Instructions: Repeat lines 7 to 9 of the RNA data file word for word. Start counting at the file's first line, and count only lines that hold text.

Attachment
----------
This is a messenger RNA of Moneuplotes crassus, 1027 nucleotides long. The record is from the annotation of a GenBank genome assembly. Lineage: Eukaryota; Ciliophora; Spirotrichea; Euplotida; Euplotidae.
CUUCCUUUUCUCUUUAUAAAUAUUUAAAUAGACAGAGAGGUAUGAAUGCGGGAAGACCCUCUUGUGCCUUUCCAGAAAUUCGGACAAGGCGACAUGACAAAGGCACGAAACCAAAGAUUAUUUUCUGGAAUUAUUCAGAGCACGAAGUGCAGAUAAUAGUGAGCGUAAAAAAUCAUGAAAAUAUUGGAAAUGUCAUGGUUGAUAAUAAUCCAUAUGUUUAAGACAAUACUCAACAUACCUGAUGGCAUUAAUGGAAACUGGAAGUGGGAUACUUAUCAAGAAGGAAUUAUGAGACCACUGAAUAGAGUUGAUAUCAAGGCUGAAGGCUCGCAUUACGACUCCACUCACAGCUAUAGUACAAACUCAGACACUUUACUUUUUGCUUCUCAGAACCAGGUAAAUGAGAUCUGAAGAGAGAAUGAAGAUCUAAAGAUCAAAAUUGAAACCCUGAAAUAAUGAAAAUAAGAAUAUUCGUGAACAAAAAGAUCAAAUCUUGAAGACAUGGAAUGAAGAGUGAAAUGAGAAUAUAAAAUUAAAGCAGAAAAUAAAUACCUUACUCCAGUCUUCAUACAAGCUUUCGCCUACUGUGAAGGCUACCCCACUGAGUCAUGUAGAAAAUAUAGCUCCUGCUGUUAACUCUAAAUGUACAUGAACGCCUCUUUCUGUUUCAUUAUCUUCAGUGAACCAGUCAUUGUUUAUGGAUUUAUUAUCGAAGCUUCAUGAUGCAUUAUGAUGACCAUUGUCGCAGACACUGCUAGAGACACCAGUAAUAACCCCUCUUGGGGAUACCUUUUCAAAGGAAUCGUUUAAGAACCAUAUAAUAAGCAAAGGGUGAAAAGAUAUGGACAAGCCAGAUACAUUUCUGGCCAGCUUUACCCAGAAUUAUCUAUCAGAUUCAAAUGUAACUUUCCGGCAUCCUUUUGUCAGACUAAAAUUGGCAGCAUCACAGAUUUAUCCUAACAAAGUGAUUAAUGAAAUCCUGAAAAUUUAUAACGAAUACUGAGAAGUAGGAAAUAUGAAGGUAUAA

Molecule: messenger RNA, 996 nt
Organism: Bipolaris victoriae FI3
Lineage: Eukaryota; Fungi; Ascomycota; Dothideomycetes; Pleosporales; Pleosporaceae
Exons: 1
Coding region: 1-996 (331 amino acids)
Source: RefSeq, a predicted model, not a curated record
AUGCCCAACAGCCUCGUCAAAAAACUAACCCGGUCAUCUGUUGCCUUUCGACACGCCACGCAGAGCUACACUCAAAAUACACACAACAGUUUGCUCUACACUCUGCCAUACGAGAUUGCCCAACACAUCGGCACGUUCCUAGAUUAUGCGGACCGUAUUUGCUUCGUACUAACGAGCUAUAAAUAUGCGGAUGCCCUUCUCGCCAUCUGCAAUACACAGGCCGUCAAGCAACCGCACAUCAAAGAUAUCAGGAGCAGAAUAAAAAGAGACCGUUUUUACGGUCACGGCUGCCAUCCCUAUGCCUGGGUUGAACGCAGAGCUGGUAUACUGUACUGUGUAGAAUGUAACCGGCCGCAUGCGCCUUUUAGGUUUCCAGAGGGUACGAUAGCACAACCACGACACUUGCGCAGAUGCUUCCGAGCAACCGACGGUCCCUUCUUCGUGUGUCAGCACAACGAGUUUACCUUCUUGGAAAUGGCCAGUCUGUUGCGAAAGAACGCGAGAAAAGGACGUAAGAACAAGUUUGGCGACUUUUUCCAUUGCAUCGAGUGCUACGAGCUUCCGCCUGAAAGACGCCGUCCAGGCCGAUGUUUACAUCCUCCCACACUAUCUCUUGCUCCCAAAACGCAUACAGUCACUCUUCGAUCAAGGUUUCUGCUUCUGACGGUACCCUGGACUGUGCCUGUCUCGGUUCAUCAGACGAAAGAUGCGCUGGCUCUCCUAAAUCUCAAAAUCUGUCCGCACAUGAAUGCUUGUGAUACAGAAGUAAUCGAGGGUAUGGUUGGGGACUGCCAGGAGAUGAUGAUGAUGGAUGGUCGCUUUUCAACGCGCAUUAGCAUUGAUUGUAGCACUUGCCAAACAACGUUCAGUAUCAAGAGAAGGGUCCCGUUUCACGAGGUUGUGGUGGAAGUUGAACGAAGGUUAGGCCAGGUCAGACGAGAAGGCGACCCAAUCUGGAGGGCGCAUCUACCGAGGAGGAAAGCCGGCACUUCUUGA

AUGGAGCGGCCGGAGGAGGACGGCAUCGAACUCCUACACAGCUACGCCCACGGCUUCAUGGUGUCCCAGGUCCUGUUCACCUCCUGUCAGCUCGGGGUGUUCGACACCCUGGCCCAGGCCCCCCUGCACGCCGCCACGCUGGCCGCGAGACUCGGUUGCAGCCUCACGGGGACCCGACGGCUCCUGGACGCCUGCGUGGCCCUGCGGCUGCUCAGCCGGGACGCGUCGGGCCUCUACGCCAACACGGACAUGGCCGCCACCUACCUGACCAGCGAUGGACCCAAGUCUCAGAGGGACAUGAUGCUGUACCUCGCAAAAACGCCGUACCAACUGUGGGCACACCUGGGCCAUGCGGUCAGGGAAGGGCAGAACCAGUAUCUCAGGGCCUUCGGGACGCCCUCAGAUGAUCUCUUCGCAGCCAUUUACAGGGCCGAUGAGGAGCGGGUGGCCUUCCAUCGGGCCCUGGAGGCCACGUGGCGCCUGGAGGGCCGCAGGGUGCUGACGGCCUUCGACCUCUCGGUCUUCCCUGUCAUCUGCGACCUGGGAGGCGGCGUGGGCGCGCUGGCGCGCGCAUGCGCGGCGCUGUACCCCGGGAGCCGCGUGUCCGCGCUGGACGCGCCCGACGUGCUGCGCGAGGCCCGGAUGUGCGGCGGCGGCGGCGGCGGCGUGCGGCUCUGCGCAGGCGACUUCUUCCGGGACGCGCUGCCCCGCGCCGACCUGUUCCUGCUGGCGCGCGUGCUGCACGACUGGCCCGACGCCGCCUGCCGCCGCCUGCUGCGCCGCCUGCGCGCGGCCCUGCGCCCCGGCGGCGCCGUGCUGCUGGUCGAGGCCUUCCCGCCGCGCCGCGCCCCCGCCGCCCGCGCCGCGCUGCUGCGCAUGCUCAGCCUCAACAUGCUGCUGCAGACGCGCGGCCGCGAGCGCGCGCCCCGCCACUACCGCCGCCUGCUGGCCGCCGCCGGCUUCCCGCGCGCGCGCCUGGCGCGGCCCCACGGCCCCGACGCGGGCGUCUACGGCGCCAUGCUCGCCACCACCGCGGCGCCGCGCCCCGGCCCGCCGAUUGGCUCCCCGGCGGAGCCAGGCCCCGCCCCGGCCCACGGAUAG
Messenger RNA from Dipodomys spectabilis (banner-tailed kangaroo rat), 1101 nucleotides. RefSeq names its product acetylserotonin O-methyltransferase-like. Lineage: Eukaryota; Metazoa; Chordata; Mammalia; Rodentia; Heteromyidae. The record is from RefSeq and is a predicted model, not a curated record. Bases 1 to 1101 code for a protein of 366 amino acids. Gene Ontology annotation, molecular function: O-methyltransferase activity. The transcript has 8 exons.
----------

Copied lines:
Coding region: 1-996 (331 amino acids)
Source: RefSeq, a predicted model, not a curated record
AUGCCCAACAGCCUCGUCAAAAAACUAACCCGGUCAUCUGUUGCCUUUCGACACGCCACGCAGAGCUACACUCAAAAUACACACAACAGUUUGCUCUACACUCUGCCAUACGAGAUUGCCCAACACAUCGGCACGUUCCUAGAUUAUGCGGACCGUAUUUGCUUCGUACUAACGAGCUAUAAAUAUGCGGAUGCCCUUCUCGCCAUCUGCAAUACACAGGCCGUCAAGCAACCGCACAUCAAAGAUAUCAGGAGCAGAAUAAAAAGAGACCGUUUUUACGGUCACGGCUGCCAUCCCUAUGCCUGGGUUGAACGCAGAGCUGGUAUACUGUACUGUGUAGAAUGUAACCGGCCGCAUGCGCCUUUUAGGUUUCCAGAGGGUACGAUAGCACAACCACGACACUUGCGCAGAUGCUUCCGAGCAACCGACGGUCCCUUCUUCGUGUGUCAGCACAACGAGUUUACCUUCUUGGAAAUGGCCAGUCUGUUGCGAAAGAACGCGAGAAAAGGACGUAAGAACAAGUUUGGCGACUUUUUCCAUUGCAUCGAGUGCUACGAGCUUCCGCCUGAAAGACGCCGUCCAGGCCGAUGUUUACAUCCUCCCACACUAUCUCUUGCUCCCAAAACGCAUACAGUCACUCUUCGAUCAAGGUUUCUGCUUCUGACGGUACCCUGGACUGUGCCUGUCUCGGUUCAUCAGACGAAAGAUGCGCUGGCUCUCCUAAAUCUCAAAAUCUGUCCGCACAUGAAUGCUUGUGAUACAGAAGUAAUCGAGGGUAUGGUUGGGGACUGCCAGGAGAUGAUGAUGAUGGAUGGUCGCUUUUCAACGCGCAUUAGCAUUGAUUGUAGCACUUGCCAAACAACGUUCAGUAUCAAGAGAAGGGUCCCGUUUCACGAGGUUGUGGUGGAAGUUGAACGAAGGUUAGGCCAGGUCAGACGAGAAGGCGACCCAAUCUGGAGGGCGCAUCUACCGAGGAGGAAAGCCGGCACUUCUUGA